Protests Disrupt Guggenheim Museum International Gala

Protests disrupted the Guggenheim Museum’s International Gala, a black tie invitation-only affair held tonight inside the museum on 5th Avenue in New York. About a dozen or so people, mostly young, and wrapped in silver foil blankets stood in the cold and light rain outside the museum entrance holding banners and signs in support of international labor rights, banging cow bells, blowing horns, handing out pamphlets and chanting complaints against the museum as the dinner guests arrived. New York police officers were on hand but did not need to intervene since the protestors remained more or less peaceful if a clear annoyance to the museum staff and gala sponsors.

A spokesperson for the group said they were protesting labor abuses associated with the proposed Guggenheim Abu Dhabi. The museum says no building has yet begun and that if and when it does they will comply with international labor standards. Richard Armstrong, the museum’s director, has made it clear in interviews that the museum intends to honor its commitments, but apparently this has not mollified the protestors.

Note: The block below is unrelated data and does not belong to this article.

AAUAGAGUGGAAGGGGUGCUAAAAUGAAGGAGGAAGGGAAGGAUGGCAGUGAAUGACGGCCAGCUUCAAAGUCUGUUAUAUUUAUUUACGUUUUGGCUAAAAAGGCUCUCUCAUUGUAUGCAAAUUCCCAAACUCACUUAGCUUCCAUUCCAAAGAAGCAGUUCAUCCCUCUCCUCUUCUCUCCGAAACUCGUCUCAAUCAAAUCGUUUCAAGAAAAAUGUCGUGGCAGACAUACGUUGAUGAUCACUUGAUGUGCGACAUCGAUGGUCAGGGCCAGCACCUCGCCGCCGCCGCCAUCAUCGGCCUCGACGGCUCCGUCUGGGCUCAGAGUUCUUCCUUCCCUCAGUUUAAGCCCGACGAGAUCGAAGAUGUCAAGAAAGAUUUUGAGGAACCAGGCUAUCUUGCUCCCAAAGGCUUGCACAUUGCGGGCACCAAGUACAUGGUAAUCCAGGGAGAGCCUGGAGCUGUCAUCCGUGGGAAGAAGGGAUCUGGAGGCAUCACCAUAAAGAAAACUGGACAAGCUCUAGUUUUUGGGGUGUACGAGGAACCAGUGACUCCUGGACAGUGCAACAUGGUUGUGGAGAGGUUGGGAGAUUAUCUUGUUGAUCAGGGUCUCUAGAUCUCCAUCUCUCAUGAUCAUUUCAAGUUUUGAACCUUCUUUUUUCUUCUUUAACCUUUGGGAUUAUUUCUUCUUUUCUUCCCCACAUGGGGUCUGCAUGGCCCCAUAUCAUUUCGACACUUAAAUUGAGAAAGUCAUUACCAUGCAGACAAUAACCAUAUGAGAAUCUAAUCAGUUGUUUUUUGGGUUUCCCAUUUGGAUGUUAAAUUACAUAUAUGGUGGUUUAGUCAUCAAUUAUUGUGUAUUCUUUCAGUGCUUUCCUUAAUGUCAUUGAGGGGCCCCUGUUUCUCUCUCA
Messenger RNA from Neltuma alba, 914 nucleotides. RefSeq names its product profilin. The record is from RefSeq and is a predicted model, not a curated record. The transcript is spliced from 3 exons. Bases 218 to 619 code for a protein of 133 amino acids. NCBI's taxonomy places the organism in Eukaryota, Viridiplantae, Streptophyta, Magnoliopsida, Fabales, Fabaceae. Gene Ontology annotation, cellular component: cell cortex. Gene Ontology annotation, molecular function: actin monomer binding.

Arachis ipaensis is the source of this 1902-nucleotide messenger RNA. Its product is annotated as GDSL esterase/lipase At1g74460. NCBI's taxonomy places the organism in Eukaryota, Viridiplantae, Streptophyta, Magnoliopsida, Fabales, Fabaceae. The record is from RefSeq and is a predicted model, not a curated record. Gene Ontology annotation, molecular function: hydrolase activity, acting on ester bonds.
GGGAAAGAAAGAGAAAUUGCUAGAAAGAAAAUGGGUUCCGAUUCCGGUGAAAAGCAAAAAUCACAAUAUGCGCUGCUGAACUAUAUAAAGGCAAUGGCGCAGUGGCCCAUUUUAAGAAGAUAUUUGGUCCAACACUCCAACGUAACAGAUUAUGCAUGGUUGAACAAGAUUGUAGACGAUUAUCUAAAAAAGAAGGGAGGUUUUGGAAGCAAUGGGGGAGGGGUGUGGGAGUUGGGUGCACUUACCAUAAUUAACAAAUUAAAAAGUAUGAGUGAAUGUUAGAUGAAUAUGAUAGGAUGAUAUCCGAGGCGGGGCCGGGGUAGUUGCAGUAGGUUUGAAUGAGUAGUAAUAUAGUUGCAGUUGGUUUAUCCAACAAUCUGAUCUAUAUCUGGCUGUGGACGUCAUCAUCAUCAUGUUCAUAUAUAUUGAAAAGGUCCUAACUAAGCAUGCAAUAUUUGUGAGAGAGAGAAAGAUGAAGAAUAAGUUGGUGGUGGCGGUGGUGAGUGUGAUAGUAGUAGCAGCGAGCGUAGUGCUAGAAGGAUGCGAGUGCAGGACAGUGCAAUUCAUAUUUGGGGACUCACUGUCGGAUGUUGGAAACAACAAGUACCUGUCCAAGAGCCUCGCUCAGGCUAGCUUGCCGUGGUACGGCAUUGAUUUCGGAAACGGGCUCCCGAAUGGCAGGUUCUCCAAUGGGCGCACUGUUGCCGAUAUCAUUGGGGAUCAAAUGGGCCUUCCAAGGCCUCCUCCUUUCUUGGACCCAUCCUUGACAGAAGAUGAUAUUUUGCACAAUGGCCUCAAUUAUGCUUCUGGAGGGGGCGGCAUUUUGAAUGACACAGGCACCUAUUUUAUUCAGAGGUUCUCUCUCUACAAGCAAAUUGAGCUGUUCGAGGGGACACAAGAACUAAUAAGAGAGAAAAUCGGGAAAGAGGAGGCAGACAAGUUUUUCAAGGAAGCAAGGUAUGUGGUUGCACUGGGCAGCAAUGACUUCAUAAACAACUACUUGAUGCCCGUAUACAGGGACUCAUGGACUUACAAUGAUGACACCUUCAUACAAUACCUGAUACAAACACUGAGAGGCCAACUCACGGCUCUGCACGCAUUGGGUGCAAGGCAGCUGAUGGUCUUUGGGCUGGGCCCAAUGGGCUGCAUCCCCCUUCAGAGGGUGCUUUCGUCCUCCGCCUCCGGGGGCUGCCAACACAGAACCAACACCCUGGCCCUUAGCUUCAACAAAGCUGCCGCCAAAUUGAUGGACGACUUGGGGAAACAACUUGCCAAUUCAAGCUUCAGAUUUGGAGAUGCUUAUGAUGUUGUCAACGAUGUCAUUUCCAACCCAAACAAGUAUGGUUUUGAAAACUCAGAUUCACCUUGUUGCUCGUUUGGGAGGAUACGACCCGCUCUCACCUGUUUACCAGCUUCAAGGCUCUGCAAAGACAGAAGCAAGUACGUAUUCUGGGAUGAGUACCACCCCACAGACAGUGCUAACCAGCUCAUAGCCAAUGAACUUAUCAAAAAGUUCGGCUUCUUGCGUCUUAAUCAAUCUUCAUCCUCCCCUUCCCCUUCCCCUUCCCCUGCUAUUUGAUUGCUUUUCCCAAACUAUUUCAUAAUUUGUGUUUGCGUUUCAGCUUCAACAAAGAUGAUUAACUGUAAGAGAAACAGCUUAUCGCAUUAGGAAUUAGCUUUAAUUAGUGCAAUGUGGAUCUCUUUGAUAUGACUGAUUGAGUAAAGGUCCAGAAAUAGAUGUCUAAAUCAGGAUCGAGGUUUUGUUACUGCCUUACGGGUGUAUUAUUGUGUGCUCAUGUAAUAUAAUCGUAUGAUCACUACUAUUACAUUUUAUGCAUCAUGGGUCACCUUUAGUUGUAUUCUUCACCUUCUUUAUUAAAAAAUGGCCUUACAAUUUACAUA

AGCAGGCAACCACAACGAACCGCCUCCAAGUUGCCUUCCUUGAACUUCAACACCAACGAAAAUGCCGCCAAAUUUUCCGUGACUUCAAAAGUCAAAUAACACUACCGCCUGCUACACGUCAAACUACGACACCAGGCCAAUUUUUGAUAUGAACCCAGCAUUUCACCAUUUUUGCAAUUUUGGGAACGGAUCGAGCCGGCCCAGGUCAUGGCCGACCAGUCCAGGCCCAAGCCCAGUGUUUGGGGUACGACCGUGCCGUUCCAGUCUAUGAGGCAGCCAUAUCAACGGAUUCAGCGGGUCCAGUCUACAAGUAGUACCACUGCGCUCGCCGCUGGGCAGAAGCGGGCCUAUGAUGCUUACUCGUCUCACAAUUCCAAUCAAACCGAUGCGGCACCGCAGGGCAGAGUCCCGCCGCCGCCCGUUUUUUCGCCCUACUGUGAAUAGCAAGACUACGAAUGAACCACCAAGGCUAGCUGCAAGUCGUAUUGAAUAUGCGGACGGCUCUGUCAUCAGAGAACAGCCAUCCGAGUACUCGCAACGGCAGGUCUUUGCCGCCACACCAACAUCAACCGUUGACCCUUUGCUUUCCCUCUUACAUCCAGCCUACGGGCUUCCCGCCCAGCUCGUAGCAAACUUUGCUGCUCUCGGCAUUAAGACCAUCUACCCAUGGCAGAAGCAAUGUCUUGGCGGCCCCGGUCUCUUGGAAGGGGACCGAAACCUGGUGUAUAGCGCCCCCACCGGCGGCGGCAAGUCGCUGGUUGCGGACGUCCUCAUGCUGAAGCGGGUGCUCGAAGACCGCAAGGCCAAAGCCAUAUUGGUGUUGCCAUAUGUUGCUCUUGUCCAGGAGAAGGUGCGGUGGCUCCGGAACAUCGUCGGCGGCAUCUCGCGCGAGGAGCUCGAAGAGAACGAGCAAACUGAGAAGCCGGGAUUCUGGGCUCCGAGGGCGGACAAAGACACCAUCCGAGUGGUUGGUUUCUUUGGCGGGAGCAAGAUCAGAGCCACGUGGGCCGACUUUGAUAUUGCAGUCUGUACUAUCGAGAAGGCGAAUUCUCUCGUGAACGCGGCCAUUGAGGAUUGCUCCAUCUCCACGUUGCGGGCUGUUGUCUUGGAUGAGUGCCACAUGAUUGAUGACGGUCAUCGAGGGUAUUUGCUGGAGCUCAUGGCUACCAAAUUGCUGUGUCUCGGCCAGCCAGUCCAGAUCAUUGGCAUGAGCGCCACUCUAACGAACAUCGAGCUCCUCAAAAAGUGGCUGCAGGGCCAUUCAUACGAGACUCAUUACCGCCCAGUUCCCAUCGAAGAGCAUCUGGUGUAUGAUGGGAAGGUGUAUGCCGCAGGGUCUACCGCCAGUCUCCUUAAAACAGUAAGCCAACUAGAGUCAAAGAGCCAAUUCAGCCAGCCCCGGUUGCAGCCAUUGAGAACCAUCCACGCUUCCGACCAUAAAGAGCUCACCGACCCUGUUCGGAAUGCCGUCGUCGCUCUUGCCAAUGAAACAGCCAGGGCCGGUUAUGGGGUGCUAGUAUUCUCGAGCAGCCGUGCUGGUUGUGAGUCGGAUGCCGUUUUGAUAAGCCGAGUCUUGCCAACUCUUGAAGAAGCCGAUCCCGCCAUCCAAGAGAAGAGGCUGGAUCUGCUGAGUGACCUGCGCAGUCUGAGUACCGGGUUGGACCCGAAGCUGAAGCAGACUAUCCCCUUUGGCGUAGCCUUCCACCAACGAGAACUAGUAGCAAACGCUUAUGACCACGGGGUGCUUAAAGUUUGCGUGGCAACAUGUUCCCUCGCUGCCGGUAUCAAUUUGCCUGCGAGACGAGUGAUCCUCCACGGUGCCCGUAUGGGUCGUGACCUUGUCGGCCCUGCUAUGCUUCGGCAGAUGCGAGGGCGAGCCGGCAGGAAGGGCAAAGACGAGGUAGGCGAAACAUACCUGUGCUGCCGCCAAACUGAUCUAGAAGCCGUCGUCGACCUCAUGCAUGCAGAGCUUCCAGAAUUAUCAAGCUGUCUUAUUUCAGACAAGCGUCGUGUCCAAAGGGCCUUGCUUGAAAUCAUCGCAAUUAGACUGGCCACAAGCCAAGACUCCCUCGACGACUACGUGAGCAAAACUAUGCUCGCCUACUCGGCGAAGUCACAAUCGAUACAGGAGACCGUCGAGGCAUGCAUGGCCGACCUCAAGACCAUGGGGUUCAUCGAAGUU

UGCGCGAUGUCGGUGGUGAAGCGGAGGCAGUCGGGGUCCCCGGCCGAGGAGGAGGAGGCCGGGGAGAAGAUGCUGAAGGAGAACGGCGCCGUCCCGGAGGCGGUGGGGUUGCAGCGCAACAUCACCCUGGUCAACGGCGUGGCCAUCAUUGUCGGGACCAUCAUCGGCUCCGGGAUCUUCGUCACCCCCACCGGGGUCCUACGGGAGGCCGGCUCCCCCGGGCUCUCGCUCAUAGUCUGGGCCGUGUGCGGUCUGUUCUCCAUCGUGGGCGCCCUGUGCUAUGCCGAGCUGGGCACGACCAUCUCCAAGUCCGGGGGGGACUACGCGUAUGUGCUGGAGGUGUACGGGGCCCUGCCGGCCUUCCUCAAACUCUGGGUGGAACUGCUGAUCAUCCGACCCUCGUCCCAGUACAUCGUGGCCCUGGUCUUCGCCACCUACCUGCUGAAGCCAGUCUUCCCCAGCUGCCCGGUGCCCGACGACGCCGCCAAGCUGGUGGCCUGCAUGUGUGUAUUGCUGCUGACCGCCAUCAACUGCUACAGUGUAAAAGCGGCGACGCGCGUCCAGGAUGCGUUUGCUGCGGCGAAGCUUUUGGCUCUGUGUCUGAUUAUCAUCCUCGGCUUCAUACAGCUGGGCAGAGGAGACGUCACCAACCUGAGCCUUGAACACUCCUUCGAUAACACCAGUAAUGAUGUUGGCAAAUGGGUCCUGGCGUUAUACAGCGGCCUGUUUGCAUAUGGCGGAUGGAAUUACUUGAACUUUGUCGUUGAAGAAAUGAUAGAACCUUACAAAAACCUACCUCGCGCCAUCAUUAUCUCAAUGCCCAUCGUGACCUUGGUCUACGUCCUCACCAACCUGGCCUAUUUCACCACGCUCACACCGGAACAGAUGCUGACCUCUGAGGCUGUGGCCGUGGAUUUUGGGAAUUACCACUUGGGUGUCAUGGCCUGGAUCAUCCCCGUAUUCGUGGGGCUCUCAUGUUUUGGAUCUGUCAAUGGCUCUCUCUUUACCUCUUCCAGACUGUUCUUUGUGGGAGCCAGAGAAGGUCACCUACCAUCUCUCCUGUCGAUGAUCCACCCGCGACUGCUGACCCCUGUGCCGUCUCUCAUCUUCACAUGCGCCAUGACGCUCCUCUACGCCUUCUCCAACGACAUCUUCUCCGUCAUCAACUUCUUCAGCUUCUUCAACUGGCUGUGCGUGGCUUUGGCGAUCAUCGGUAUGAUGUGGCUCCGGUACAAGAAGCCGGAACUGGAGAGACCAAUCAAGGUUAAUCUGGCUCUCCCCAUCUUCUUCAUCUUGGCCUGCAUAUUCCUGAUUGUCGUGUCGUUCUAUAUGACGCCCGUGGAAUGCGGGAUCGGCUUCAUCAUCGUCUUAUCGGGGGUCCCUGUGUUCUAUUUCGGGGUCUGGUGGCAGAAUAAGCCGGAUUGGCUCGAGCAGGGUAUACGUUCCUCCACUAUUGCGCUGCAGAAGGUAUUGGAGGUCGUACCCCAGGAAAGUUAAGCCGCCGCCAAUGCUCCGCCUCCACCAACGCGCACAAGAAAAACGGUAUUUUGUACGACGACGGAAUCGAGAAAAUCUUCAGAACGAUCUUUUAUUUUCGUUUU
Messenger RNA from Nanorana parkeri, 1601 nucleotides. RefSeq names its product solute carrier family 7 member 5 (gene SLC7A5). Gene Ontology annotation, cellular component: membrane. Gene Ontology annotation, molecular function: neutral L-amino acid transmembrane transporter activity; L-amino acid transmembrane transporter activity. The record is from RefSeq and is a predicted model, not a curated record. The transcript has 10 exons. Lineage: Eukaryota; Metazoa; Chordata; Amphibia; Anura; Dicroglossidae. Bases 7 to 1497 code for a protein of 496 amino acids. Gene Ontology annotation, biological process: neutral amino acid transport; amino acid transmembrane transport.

Sponsored by Dior, the International Gala is a major fundraiser for the museum (during the dinner speeches Armstrong announced they had raised already $2.1 million) and a highlight of the New York benefit and social calendar. It attracts many of the world’s most important art dealers and collectors and dinner tickets are highly sought after. This season, the museum was honoring artists Carrie Mae Weems, Heinz Mack, Otto Piene, Gunther Uecket and Wang Jianwei, all of who, excluding Piene, who is deceased, attended the reception and dinner.


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